For and Since for Time

We lived there for five years.
He has been away since Tuesday.

We often use for and since when talking about time.

for + period: a "period" is a duration of time - five minutes, two weeks, six years. For means "from the beginning of the period to the end of the period".

since + point: a "point" is a precise moment in time - 9 o'clock, 1st January, Monday. Since means "from a point in the past until now".

Look at these examples:

a period
from start to end
a point
from then to now
>===< x===>|
for 20 minutes
for three days
for 6 months
for 4 years
for 2 centuries
for a long time
for ever
since 9am
since Monday
since January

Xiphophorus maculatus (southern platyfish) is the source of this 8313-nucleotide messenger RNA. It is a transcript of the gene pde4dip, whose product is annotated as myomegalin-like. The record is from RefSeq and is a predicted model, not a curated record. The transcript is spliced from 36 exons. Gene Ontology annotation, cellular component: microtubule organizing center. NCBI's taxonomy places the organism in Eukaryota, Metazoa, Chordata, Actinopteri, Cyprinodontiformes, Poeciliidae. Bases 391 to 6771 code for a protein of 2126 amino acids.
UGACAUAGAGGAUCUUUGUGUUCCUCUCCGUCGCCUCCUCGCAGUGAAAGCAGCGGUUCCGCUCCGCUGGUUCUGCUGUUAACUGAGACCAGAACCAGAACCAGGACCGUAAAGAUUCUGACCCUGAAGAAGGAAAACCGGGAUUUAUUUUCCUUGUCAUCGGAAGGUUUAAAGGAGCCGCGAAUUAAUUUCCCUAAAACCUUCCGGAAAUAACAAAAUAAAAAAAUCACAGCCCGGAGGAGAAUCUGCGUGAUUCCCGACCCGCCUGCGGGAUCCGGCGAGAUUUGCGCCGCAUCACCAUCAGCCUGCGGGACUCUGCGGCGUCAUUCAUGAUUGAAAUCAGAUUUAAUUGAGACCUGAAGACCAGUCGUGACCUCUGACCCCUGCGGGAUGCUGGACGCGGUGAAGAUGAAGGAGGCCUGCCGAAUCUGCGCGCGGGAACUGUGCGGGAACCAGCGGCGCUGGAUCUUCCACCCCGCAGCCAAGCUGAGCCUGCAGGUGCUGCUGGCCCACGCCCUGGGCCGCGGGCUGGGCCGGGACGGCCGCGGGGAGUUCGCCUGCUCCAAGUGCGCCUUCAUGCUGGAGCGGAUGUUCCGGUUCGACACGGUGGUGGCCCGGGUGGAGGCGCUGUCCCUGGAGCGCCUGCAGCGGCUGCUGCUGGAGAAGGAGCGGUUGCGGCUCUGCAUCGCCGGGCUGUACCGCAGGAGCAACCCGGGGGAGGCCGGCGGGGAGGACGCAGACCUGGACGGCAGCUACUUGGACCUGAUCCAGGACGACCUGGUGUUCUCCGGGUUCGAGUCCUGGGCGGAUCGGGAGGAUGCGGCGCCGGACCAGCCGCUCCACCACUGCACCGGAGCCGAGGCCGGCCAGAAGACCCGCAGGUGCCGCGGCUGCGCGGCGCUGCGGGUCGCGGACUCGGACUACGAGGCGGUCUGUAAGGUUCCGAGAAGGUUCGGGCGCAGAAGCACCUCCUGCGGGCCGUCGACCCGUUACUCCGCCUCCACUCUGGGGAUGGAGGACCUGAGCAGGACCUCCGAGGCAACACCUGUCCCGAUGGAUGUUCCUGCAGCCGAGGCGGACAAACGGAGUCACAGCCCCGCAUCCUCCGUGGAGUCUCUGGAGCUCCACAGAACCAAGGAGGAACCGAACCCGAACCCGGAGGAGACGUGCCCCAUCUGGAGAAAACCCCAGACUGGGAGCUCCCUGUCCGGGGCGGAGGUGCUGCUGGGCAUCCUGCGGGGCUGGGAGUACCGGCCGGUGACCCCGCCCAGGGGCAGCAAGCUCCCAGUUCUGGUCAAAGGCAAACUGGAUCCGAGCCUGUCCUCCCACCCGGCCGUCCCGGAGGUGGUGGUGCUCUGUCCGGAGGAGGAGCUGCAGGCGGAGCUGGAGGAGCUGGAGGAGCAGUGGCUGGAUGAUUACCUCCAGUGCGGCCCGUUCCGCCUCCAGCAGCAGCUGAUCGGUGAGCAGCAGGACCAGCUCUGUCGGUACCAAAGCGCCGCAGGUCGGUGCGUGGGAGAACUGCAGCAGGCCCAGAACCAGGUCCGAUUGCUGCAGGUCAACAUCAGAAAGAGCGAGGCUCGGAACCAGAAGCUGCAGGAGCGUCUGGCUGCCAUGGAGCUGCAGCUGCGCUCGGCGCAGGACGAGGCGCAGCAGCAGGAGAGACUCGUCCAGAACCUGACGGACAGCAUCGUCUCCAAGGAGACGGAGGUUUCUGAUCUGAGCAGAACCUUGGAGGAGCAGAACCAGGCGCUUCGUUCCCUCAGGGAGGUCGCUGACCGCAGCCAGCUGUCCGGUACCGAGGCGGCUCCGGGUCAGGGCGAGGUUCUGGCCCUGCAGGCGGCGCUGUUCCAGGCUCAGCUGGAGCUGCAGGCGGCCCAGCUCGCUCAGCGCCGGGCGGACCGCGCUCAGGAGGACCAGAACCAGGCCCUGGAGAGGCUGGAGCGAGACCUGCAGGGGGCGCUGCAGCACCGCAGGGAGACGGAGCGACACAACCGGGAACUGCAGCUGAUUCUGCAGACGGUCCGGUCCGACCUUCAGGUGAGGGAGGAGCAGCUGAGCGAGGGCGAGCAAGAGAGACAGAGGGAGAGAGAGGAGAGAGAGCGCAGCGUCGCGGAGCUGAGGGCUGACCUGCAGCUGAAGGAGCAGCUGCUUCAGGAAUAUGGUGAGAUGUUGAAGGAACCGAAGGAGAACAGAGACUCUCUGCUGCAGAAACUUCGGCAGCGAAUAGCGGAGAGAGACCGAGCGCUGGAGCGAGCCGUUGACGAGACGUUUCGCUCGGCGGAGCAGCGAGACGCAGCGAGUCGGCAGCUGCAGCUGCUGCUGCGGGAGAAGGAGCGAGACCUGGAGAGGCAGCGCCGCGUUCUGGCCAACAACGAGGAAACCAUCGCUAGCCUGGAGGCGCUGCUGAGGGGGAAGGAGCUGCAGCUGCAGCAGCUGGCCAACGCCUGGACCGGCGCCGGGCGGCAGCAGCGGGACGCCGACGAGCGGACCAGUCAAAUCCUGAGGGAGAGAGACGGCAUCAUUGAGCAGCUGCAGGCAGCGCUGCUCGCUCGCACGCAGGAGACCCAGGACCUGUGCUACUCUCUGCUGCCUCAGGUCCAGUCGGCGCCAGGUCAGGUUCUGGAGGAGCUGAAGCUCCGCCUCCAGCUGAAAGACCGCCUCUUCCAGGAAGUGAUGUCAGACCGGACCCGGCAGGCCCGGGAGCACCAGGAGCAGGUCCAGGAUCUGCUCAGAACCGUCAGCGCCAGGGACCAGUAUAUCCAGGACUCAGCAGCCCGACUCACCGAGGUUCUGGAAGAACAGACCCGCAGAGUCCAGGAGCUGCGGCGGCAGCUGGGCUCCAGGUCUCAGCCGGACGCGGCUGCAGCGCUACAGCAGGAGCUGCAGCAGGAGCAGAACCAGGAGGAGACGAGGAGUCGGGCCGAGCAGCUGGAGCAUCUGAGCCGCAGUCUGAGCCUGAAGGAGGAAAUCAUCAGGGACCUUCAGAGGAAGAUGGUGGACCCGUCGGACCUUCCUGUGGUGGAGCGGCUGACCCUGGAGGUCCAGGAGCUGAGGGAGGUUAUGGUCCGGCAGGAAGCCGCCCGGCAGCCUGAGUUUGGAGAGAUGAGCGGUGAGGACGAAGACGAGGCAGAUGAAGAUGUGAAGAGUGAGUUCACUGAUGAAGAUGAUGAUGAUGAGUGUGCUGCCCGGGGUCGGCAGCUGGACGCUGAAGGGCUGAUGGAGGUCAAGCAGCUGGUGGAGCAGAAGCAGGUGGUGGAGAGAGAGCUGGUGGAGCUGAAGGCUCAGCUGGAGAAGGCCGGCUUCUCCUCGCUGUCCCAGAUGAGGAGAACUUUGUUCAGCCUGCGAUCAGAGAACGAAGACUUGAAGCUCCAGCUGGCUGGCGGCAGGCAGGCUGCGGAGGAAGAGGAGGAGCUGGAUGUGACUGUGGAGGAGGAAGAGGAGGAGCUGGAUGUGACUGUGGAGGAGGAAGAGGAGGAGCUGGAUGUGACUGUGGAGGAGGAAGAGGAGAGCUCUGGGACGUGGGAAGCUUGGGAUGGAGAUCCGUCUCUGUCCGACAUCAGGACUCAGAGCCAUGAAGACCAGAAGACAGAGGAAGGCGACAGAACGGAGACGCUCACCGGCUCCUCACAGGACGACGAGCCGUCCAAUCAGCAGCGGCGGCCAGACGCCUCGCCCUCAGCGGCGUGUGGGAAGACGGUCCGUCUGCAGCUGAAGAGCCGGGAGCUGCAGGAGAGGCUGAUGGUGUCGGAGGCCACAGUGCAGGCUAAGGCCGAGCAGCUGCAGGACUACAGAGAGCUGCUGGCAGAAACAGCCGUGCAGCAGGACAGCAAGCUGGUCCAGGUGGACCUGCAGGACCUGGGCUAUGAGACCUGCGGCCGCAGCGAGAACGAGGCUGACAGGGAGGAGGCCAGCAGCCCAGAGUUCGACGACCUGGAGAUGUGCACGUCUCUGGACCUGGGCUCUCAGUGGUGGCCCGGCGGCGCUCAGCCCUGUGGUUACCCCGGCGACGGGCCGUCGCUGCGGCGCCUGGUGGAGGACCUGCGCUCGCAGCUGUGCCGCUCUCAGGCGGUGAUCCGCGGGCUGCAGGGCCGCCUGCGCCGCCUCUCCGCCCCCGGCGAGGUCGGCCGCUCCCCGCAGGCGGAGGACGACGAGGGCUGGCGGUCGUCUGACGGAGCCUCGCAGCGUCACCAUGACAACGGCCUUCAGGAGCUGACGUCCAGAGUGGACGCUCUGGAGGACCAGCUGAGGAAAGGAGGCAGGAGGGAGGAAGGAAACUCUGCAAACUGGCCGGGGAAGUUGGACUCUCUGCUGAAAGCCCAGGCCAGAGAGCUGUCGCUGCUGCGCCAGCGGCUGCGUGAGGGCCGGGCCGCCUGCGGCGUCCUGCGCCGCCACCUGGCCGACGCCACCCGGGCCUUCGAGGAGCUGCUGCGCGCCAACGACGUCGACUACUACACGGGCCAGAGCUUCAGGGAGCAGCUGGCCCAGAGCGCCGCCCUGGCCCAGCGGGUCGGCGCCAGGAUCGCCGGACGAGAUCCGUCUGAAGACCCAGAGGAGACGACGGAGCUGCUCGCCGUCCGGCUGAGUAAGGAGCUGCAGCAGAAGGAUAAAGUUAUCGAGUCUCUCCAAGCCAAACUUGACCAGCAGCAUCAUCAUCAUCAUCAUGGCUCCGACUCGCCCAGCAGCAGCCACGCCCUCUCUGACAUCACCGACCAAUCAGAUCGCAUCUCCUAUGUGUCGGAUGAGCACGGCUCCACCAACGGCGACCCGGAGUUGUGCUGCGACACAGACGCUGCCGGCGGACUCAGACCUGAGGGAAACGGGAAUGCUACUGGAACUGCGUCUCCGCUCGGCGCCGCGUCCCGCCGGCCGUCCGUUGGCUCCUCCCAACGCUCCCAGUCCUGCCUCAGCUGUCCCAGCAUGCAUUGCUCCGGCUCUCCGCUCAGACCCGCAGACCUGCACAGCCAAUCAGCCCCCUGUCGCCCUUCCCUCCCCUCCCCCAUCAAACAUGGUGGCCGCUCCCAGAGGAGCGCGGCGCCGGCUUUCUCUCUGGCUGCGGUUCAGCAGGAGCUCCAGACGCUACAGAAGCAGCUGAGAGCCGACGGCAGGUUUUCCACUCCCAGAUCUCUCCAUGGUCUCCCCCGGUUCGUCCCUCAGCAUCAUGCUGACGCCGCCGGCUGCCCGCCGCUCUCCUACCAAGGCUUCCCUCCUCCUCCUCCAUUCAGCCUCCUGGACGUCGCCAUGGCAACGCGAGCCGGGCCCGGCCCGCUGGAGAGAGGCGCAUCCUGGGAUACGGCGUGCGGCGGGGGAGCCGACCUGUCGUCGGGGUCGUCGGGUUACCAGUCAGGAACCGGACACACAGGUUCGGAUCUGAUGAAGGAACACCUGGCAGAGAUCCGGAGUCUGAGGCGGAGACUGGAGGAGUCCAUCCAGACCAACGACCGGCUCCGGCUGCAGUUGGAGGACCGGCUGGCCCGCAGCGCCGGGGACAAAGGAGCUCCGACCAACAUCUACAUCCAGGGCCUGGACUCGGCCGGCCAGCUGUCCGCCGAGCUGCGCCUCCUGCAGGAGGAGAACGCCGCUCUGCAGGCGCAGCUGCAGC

since 1997
since 1500
since I left school
since the beginning of time
all tenses perfect tenses


For can be used with all tenses. Here are a few examples:

We do not use for with "all day", "all the time":


Since is normally used with perfect tenses:

We also use since in the structure "It is [period] since":

Both for and since also have other meanings, with no reference to time. Here are some examples:
  • This is for you.
  • Is this the train for London?
  • Since you ask, I'll say yes.
  • Since he didn't study, he didn't pass the exam.